Billionaire Developer Pours Cash into Fight Against Council Candidates Endorsed by StreetsPAC
Be careful what developer Steve Ross wishes for.
With just days to go until the June 22 primary, a super PAC backed by the billionaire real estate developer is flooding city council races with spending on opposition media, targeting a slate of progressive candidates whose platforms include strong support for sustainable transportation.
The group, called Common Sense NYC, has spent more than $270,000 on mailers and digital advertising attacking five Democratic council candidates endorsed by StreetsPAC, a political action committee that supports candidates that are pro-safe-streets and pro-mass-transit. Common Sense NYC has also spent more than $316,000 to support 12 council candidates not endorsed by StreetsPAC, city campaign finance data shows.
Common Sense NYC has also put some money behind candidates who received StreetsPAC’s endorsement and against others who didn’t. But that spending has amounted to far less and gone to fewer candidates.
The super PAC’s primary funder is Ross, the chairman and founder of Related Companies, a major real estate developer that owns and manages Hudson Yards.
A quick look at Common Sense’s mailers make clear that the group is not targeting the progressive candidates because of their support for better mass transit, bike and pedestrian infrastructure, but because of their broader progressive agendas.
“Warning! Jaslin Kaur is APPROVED by the SOCIALISTS THAT THREATEN PUBLIC SAFETY, DESTROY OUR COMMUNITIES AND RAISE TAXES,” reads one particularly subtle mailer targeting a StreetsPAC-endorsed candidate in eastern Queens.
Indeed, Common Sense NYC Treasurer Jeffrey Leb said the group’s “opposition to these candidates has nothing to do with their transportation platforms.”
“We oppose them because they’re not objectively qualified to hold public office for a variety of reasons including the fact that they are Socialist candidates who would defund the police while violent crime is soaring,” Leb added.
Nevertheless, if Common Sense NYC’s deep-pocketed effort to thwart these candidates is successful, the result would be fewer lawmakers on the City Council who are keen on expanding transit and better serving those who bike and walk, the targeted candidates said.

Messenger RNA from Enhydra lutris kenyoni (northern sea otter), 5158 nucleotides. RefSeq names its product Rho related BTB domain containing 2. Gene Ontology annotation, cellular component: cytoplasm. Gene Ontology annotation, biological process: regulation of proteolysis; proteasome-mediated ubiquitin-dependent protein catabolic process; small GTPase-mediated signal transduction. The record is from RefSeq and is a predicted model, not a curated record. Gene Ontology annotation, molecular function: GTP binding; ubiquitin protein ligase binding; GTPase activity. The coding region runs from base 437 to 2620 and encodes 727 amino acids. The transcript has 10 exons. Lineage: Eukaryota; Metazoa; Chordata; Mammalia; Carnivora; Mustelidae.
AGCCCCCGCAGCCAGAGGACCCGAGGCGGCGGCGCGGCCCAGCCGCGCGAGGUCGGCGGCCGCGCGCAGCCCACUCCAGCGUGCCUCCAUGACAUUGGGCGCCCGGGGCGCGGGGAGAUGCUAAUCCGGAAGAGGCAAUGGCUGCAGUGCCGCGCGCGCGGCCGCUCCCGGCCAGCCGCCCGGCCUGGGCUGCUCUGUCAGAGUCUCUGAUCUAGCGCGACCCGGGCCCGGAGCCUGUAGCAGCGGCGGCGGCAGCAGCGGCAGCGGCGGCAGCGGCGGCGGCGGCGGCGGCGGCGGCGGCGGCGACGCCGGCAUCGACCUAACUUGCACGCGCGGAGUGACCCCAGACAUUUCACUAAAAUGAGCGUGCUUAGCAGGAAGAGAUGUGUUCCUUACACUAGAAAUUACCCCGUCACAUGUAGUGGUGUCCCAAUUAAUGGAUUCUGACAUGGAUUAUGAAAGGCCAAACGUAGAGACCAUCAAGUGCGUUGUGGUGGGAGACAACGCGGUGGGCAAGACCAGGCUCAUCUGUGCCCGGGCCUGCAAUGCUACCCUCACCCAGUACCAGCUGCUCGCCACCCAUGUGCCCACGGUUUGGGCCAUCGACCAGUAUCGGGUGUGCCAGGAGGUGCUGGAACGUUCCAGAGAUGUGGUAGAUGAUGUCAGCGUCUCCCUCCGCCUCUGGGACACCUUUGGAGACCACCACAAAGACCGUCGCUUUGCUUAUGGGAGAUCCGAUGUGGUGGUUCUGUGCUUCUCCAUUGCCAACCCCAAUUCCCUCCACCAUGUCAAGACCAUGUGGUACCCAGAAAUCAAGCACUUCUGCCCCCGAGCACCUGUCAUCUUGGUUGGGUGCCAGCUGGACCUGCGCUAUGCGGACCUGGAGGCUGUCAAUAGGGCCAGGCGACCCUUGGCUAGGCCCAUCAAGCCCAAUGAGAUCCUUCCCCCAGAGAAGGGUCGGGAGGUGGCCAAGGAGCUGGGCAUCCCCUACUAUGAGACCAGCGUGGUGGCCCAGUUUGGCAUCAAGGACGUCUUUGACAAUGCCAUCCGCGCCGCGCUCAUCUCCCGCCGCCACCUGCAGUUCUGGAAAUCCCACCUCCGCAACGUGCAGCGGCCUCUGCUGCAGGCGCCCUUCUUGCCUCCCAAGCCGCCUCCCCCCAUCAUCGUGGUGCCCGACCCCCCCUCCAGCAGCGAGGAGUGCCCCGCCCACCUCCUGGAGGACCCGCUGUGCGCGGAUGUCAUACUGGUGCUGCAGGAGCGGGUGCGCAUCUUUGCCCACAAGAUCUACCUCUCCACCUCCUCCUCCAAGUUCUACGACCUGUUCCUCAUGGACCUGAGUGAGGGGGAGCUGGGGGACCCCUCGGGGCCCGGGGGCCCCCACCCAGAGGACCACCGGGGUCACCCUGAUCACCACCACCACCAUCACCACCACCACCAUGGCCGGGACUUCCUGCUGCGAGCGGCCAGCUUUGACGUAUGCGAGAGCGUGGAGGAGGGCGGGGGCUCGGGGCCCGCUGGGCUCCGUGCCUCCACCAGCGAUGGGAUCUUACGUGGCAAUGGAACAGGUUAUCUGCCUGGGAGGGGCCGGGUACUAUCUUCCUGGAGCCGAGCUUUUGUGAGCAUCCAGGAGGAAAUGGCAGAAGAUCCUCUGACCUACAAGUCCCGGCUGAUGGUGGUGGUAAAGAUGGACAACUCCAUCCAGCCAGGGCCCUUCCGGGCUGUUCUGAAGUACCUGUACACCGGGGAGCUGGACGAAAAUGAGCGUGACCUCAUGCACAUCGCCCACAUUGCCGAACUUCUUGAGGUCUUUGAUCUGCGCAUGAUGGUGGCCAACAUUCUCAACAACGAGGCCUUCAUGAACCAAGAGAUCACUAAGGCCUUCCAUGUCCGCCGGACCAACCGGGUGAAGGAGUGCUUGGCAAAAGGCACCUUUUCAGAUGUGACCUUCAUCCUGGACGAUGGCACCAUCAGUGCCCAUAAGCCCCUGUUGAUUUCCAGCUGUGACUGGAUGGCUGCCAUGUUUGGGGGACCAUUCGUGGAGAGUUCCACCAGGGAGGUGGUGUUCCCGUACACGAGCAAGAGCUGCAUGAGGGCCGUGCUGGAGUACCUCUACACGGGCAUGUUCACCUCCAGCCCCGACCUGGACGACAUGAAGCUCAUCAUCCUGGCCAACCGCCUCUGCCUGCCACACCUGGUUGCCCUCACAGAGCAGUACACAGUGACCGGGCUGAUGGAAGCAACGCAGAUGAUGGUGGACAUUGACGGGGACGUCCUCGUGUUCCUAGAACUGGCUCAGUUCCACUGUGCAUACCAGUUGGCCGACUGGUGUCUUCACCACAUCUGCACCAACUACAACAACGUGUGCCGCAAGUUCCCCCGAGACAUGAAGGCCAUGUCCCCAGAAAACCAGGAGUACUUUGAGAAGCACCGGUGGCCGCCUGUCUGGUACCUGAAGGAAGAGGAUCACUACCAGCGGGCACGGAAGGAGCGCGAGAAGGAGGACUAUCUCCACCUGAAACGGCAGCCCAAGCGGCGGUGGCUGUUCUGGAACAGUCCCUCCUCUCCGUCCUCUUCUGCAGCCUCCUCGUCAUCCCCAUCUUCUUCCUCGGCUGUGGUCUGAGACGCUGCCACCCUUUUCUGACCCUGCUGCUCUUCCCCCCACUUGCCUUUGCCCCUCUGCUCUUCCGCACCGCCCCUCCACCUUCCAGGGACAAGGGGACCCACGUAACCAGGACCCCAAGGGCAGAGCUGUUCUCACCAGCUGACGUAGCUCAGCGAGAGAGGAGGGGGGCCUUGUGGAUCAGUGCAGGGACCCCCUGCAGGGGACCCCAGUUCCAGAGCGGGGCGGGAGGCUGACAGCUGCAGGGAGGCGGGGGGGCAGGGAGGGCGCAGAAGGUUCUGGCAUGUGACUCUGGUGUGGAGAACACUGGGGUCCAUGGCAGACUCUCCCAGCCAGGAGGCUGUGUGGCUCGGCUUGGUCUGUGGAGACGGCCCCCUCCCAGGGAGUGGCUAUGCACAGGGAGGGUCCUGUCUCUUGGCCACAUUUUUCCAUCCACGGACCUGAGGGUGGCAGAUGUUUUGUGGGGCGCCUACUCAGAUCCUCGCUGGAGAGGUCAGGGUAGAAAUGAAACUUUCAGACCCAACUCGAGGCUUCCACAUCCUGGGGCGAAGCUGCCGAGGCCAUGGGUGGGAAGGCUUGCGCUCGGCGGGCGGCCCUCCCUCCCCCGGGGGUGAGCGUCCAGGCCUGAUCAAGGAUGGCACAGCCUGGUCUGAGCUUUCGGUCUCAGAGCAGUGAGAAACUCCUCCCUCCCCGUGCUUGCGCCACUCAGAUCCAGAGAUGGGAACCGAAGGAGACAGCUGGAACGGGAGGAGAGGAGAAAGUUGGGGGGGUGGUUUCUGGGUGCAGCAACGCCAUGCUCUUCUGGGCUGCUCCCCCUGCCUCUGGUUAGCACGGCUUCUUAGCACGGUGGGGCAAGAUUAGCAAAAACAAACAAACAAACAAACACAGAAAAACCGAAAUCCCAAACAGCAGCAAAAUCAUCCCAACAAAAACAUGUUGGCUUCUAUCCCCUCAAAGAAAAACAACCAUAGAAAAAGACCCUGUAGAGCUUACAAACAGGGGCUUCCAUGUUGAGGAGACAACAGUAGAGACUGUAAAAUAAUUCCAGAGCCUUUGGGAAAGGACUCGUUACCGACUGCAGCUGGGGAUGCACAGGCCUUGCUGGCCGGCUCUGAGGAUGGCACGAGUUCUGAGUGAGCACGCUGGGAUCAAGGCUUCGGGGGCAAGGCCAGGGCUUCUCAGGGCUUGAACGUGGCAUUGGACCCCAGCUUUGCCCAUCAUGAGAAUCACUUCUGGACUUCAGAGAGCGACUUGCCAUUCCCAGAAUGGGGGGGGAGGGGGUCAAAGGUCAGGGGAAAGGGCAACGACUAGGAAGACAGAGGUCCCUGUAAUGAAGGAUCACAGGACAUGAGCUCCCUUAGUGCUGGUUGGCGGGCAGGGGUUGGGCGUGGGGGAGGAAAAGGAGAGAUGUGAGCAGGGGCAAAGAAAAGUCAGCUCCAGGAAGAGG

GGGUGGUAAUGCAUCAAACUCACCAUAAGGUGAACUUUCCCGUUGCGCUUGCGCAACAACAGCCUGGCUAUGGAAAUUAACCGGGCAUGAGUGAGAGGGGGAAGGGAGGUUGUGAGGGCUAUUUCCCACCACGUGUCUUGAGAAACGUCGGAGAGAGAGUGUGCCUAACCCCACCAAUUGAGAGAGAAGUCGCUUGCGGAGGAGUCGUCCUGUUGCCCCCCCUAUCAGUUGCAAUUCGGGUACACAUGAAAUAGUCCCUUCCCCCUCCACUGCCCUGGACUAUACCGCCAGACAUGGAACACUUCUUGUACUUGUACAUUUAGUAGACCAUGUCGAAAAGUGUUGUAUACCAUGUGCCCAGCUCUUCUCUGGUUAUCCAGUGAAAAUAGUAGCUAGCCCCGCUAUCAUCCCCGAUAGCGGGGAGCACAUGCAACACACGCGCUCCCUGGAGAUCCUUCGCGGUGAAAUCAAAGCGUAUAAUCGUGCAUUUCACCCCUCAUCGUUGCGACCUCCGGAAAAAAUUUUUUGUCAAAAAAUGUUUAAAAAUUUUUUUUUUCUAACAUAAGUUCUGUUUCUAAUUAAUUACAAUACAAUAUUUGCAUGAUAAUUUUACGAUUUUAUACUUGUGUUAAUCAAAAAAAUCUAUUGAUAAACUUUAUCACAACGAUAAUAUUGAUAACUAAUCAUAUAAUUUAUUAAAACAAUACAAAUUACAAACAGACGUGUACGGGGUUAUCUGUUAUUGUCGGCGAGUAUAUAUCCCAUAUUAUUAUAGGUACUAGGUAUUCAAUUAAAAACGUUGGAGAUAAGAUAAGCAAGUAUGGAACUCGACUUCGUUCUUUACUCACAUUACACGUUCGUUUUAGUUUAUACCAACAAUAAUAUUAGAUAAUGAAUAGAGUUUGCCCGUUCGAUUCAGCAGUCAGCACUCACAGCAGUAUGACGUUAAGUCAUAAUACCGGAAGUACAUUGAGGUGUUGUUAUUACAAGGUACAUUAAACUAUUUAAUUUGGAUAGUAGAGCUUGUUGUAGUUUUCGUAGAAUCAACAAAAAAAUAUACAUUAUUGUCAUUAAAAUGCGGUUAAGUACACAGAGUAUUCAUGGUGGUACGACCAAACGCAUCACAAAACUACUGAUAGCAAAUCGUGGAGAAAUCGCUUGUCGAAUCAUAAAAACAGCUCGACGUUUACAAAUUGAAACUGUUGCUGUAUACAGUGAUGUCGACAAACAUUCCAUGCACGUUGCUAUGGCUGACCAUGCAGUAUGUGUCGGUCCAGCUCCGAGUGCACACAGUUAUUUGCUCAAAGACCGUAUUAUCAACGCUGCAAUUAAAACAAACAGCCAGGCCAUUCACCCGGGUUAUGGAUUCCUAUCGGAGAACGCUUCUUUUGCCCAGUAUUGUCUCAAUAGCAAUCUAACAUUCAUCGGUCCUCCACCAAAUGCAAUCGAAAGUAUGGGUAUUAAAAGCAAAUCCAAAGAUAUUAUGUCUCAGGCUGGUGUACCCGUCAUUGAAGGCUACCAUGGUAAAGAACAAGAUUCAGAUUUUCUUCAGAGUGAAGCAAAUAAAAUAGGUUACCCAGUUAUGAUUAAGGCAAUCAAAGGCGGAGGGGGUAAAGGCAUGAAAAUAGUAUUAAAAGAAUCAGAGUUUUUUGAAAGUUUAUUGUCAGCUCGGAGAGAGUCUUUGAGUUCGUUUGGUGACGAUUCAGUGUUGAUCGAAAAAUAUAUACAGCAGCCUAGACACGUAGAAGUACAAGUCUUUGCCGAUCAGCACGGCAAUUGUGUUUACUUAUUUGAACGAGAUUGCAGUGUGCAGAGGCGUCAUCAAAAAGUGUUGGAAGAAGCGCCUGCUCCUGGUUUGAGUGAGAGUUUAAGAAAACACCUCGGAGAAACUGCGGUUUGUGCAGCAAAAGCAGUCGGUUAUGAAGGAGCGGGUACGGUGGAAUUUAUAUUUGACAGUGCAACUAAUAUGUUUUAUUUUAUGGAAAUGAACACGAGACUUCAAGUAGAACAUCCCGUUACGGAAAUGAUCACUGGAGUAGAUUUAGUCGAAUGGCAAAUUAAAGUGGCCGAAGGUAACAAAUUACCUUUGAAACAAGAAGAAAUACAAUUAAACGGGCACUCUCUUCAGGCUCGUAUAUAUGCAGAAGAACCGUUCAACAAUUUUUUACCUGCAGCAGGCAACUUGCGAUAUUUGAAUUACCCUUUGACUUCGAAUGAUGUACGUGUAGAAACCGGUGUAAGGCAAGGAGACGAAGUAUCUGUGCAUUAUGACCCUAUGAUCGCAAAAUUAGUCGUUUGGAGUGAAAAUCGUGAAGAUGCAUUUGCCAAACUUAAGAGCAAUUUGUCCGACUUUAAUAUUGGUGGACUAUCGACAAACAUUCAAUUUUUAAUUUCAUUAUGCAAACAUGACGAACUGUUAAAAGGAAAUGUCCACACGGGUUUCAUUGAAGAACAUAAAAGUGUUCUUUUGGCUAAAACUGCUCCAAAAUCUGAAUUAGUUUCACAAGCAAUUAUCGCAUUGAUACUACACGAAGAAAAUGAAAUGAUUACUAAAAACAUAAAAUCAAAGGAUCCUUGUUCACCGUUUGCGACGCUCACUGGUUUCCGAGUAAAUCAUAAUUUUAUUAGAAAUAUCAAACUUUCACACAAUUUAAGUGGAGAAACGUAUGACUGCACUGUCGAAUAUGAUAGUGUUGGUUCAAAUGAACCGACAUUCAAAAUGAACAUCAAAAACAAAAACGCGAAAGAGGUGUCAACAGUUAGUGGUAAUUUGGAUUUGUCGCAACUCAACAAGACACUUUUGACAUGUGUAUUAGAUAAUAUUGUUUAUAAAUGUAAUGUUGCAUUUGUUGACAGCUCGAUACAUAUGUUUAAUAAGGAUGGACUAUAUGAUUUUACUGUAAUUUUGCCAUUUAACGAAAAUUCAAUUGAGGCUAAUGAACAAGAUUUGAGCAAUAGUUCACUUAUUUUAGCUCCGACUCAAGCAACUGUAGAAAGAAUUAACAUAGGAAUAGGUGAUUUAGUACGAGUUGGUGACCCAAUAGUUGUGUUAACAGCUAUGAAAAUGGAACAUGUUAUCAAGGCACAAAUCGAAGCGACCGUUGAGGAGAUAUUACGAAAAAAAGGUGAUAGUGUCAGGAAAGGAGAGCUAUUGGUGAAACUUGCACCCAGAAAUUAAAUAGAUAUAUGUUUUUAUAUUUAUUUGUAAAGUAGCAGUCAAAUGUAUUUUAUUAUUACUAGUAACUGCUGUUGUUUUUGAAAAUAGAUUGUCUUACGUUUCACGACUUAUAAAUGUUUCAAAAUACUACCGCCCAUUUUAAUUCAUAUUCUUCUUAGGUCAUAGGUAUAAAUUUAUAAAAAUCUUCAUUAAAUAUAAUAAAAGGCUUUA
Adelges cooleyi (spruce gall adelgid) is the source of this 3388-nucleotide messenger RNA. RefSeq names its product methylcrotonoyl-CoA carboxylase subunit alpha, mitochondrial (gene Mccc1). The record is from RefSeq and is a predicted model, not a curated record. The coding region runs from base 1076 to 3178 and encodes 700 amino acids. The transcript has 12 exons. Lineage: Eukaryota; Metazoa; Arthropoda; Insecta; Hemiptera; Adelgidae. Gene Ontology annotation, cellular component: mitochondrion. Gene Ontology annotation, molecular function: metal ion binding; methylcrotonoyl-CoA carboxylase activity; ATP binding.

“It’ll really damage so many of the inroads we’ve made already, like say with the Flushing Busway and as well as with the Eastern Queens Greenway,” said Kaur, who has faced more than $61,000 in opposition spending from Common Sense NYC. “It’ll continue to make our city more inaccessible.”
Common Sense NYC’s focus on candidates like Kaur likely has more to do with their opposition to massive luxury development projects — like the kind Ross undertakes — than with transportation, said Eric McClure, StreetsPAC’s executive director.
“For the most part over the past decade or so, I think real estate interests have been generally supportive of remaking the streets of this city,” he said. “They get the value of safer streets and things like bike lanes and bike parking.”
But perhaps not in every corner of the city, said John Choe, another Queens council candidate who was endorsed by StreetsPAC and has been targeted by Common Sense NYC.
“We have a lot of developers and their allies on the community board here who have been resisting any change to the street layouts, taking any space from parking and driving of private vehicles, and resisting calls for improving public transit, including buses and subway access here,” said Choe, who has faced more than $54,000 in opposition spending from Common Sense NYC. “That’s going to be I think one of the reasons why there’s been such a huge push back, because many of us have been very vocal advocates on these issues.”
For Christopher Marte, a council candidate in Lower Manhattan, Common Sense’s attempt to thwart candidates like him may be a sign they’re doing something right.
“We knew that us running a really good campaign and actually being the front-runner, that we were going to be targeted by ultra-developers,” he said. “We kind of expected the guy that developed Hudson Yards to come after us.”
The election is on June 22. Early voting continues through 4 p.m. Sunday. Click here for more information.